Yoga on the Road to Recovery

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I am constantly told how lucky I am to be “living the dream” in Bali as a full-time yoga teacher at one of the most incredible resorts on the island. Inevitably the next question that follows is, “how did you end up here?”

There are so many different narratives that I could expound upon to answer this question but for me I think it comes down to living out my dharma; or what is more commonly referred to as “living one’s purpose.” I recently read a quote by Pastor Rick Warren who says that, “If you want to find your purpose in life, find your wound.” This deeply connected with me and speaks to the truth of my own path and life experience. Inherent in the depth of our wounds lay dormant our greatest teachers, wisdom and eventually gifts to be offered in service to humanity.

I carry the wounds of surviving a complex and at times traumatic childhood, growing up with a parent who battled with alcoholism. I can proudly say that this parent is now sober and on his own path of recovery, but in his drinking days, my father was a verbally abusive, angry alcoholic whom I was petrified to be around, and I walked on eggshells in his presence. I believe this primal wound festered into physical and mental disease that I have had to navigate my way through, and from which my journey to recovery began.

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In 2002, my fascination with Shamanism led me to Peru where I was first introduced to plant medicine. Looking back, I can see that this was a catalyst to my awakening and yet also pulled the string that unraveled my purpose. When I left South America, I was 23 years old and my health began to decline rapidly. My digestive system was in havoc, I developed ulcers in my colon, I battled intense fatigue, brain fog, physical pain, and insomnia. It has been said that pain demands to be heard, and for me, the pain that I was experiencing forced me to stop in my tracks and investigate what felt at the time like my own demise. These were the darkest years of my life, but I can see now that they provided the fertile soil for the seeds of light to blossom. Although I had no way of knowing at the time, this period of my life was my rite of passage as a wounded healer.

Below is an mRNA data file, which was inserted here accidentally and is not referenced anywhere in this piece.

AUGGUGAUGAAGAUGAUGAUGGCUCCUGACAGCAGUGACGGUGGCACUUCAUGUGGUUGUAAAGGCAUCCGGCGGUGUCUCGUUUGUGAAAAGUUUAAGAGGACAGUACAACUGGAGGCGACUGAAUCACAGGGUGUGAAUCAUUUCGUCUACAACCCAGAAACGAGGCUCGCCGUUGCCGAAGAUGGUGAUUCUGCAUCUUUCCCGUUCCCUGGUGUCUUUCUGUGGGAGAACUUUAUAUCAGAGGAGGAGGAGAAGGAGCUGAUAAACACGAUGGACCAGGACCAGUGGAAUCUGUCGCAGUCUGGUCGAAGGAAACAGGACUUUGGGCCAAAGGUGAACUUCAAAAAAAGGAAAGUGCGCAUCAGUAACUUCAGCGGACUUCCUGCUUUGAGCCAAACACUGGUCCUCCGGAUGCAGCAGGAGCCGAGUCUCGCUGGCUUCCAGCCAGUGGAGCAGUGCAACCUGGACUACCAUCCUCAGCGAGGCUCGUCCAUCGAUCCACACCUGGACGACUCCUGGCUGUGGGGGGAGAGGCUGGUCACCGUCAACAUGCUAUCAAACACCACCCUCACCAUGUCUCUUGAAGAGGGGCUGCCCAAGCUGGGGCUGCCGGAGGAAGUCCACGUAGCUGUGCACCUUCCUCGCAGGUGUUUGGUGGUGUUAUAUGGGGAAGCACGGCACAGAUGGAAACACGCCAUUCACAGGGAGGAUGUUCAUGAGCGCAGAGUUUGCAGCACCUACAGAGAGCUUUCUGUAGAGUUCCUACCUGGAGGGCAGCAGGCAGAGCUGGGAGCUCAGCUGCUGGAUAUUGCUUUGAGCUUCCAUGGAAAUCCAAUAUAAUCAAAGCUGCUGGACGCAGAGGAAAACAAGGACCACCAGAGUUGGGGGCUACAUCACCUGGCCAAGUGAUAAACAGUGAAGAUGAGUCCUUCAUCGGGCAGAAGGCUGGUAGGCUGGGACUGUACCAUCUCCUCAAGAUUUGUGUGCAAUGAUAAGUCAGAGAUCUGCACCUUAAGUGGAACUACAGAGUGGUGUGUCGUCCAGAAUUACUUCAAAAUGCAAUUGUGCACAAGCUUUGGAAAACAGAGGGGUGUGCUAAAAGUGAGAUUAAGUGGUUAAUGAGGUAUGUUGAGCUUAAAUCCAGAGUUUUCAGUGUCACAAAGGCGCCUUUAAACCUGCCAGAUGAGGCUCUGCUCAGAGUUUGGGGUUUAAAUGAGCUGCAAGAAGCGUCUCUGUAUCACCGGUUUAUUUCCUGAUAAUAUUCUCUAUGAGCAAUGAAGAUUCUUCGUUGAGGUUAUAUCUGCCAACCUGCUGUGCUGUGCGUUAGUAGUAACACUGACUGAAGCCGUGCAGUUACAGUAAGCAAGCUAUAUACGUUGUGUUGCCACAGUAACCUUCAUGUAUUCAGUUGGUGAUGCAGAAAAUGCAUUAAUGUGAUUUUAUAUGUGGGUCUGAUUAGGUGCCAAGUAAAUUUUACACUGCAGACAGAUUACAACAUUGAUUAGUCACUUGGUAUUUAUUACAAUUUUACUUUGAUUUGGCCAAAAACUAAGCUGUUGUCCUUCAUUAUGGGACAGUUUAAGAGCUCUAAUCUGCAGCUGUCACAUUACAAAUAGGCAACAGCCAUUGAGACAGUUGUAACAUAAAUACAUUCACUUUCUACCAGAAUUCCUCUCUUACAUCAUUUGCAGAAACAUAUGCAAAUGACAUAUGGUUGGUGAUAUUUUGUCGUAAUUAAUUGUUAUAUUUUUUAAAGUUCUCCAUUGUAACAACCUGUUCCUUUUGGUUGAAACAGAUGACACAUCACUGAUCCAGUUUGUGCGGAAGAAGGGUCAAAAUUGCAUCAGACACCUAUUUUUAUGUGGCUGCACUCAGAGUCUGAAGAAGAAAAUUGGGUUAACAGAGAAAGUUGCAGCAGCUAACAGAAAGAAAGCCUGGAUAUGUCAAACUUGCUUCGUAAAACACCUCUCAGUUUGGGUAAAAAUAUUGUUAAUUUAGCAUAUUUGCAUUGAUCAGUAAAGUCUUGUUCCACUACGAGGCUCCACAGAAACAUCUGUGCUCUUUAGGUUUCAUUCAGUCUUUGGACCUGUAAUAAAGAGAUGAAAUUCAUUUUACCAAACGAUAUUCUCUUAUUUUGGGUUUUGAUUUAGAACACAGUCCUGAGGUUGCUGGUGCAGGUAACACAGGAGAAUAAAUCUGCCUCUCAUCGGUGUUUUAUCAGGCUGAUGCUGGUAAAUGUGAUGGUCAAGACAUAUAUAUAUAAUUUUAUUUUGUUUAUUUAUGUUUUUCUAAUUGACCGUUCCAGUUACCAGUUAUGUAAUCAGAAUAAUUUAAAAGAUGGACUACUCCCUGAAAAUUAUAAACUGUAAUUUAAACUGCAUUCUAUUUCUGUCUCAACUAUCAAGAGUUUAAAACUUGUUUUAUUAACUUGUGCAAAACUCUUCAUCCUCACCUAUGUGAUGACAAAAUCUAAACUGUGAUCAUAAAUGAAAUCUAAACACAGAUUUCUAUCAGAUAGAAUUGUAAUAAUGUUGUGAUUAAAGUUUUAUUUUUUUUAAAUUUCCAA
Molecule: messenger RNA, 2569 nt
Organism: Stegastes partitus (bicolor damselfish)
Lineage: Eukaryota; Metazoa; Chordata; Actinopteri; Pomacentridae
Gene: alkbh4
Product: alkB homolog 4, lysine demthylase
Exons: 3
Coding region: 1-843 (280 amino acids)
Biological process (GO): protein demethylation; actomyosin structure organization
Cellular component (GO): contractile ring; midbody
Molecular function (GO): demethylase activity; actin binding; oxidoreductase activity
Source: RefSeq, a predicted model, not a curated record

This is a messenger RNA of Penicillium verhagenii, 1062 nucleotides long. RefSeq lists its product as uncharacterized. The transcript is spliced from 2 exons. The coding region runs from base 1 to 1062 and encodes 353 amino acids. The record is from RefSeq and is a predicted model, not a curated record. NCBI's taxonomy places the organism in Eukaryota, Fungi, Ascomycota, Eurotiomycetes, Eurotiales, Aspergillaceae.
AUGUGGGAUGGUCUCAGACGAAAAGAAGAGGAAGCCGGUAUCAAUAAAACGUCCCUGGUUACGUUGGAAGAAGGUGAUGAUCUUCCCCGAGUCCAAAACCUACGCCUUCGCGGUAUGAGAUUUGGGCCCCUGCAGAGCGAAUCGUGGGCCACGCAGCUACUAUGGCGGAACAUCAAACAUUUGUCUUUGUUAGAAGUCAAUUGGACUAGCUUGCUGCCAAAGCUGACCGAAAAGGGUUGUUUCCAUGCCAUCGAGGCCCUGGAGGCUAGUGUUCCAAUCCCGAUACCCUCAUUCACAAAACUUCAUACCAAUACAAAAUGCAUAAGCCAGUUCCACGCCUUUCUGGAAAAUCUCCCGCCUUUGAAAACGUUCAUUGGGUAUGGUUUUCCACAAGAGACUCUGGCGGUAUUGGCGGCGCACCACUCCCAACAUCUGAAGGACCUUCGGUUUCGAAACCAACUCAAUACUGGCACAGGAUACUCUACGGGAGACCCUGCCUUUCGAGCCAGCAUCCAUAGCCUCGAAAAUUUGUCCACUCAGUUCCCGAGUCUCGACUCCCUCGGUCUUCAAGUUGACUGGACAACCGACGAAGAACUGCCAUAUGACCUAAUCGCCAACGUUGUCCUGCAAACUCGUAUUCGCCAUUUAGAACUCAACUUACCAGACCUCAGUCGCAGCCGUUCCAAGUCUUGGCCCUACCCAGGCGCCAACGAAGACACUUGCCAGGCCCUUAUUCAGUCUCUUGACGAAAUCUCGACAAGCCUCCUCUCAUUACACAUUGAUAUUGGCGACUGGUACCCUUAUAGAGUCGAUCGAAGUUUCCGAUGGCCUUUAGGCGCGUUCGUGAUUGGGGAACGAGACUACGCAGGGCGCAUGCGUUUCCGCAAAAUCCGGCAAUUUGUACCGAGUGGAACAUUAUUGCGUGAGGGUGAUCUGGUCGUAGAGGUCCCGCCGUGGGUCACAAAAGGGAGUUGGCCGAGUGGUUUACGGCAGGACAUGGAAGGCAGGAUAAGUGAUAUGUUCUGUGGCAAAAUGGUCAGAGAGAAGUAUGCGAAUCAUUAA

In hindsight, I think my suppressed emotional trauma began to bubble up to the surface manifesting itself in the physical and mental body as depression. The physical ailments of depression hit me hard as I had always been a very active person, consistently “busy,” on the go, finding it difficult to sit still. I can now see that I used physical activity and exercise as a distraction to avoid stillness and looking beneath the surface of who I thought I was.

Desperate to get back to being “me” I spent years trying to understand and listen to my symptoms. I read everything I could on health and natural healing. I tried every type of healing modality, diet, fast, cleanse, and therapy that I thought would help me. Through this healing journey I discovered Ayurveda and yoga.

Initially I was drawn to the meditative aspect of yoga, where I began to find solace from my spiritual desolation. Meditation soon guided me to the deeper teachings of both yoga and Ayurveda and it is here that I truly found my path and with gratitude, my dharma.

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According to Ayurveda, the root cause of disease is the separation of self from the whole. My passion for teaching yoga and Ayurveda lays in the transformational capacity the fusion of these sister sciences has on consciousness. There is currently a trend to portray yoga as a fashionable form of exercise, which I believe to be a massive injustice to the heart of the practice. I used to struggle a lot with this because my body doesn’t look or act like the flexi-yoga bodies I was seeing on Instagram or Facebook, and this filled me with self-doubt about my dharma and purpose. I’m not an ex-dancer or gymnast, with a bendy, elastic body, and I have to modify most if not all of the postures to really be comfortable in my body. There have been MANY times I have thought about quitting because of self-doubt creeping in. Yet once again, it has been these challenges that have in fact become my greatest gifts. Having a body that isn’t very flexible, with a host of ailments means that I have learnt to adapt my practice, and because of this I have become a better teacher and stayed true to the heart of the practice. I don’t say this to boast, but as a humble acknowledgment that when we choose to walk down our spiritual path, it is filled with obstacles that are there to make us stronger, wiser, patient and most of all compassionate.

I believe my story and journey of self-discovery and recovery has given me the tools to better understand others, and to be of better service to those around me. I am so grateful for all of it. There is no greater feeling than being of service, and I sincerely believe that we are all on this earth to awaken who we really are and bring forth our unique gifts to the world. I love teaching beginners and showing them that yoga is something that can be embraced by any body and every body.

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One of the most important lessons I have learned through this journey is the importance of acceptance. When we fully embrace our uniqueness then life can move through us as intended. This means accepting our shadow sides and our light. Often the things we perceive as our imperfections are actually our greatest assets, intelligently designed to wake us up to our divinity and be of service to the whole. This to me is full recovery, the purpose of yoga and what I am most passionate about teaching.